Mixed-metaphor missionSolvang, CA

Mission Santa Inés sketch by Chandler O'Leary

This is the eighth installment of my Mission Mondays series, exploring all 21 Spanish Missions along the California coast. You can read more about this series, and see a sketch map of all the missions, at this post.

For most of the missions along El Camino Real, the mission itself is the main feature (and tourist draw) for each mission town along the way. That’s especially true for places like San Juan Capistrano, where the mission provided not only the origin of the town, but also the model for all architecture and tourist themes to follow.

Detail of California Missions map sketch by Chandler O'Leary

That may once have been the case for Mission Santa Inés as well, but you’d never know it these days. That’s because the mission is located in the town of Solvang—a tourist draw all by itself, and a town inspired by a completely different aesthetic than that of the Spanish mission (as you’ll see in the next post—I don’t want any spoilers to detract from the, er, mission of this one).

Mission Santa Inés sketch by Chandler O'Leary

Still, if you knew nothing of Solvang itself—or if you happened to approach the mission from the east, and hadn’t yet seen any sign of the town’s dominant architecture—you’d think Santa Inés were the best and only reason to visit. It certainly makes for an incredibly picturesque vista, perched above its namesake valley as it is.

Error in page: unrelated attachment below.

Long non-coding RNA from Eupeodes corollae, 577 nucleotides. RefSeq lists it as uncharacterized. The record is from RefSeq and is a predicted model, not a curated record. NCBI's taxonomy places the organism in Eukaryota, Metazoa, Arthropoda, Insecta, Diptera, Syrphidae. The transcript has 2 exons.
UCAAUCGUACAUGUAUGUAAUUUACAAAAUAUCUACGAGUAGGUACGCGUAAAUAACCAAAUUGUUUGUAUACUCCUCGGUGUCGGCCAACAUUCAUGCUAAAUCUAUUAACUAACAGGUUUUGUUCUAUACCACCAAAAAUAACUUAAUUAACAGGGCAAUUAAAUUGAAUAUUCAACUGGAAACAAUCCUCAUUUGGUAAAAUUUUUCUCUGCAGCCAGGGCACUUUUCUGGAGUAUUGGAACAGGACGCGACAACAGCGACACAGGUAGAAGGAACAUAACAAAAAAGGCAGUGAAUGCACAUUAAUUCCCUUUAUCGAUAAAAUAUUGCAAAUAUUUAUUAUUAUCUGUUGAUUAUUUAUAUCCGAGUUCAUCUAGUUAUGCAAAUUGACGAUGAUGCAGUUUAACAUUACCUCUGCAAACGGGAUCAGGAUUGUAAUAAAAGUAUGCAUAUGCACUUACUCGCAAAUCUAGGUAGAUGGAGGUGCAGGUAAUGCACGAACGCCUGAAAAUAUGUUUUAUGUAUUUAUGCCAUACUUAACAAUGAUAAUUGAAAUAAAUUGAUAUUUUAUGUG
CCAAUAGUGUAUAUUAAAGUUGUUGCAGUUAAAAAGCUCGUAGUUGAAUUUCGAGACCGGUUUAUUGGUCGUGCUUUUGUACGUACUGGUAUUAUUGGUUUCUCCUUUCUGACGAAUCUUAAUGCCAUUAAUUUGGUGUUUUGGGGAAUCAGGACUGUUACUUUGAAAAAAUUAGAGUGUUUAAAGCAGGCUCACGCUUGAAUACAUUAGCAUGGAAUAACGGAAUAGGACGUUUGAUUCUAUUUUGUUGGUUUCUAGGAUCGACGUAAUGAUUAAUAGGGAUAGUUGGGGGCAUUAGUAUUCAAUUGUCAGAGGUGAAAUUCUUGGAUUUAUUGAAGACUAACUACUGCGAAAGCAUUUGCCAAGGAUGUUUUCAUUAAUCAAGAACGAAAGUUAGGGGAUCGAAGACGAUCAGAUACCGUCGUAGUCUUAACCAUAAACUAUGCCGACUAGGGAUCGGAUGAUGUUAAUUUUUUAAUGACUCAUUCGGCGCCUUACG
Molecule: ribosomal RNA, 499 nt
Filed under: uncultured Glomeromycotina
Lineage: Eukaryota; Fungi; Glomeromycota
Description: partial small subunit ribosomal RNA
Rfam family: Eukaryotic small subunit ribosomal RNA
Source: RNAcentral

Mission Santa Inés sketch by Chandler O'Leary

Solvang is famous in its own right, however, so it’s more likely you’d be there to see the town itself—and then you’d be surprised to discover there’s also a Spanish mission there.

Mission Santa Inés sketch by Chandler O'Leary

Still, while the mission feels a little out of place in Solvang, the whole area is a bit of a mish-mash of cultural influences. Even the mission itself was founded by Spanish colonists, named for an Italian saint represented by a Latin pun, established to convert local Indian tribes, adorned with a garden laid out in a Celtic cross pattern, and today an active center for the local Mexican-American community. It’s all just one big mixed metaphor now… and all the more endearing for it.

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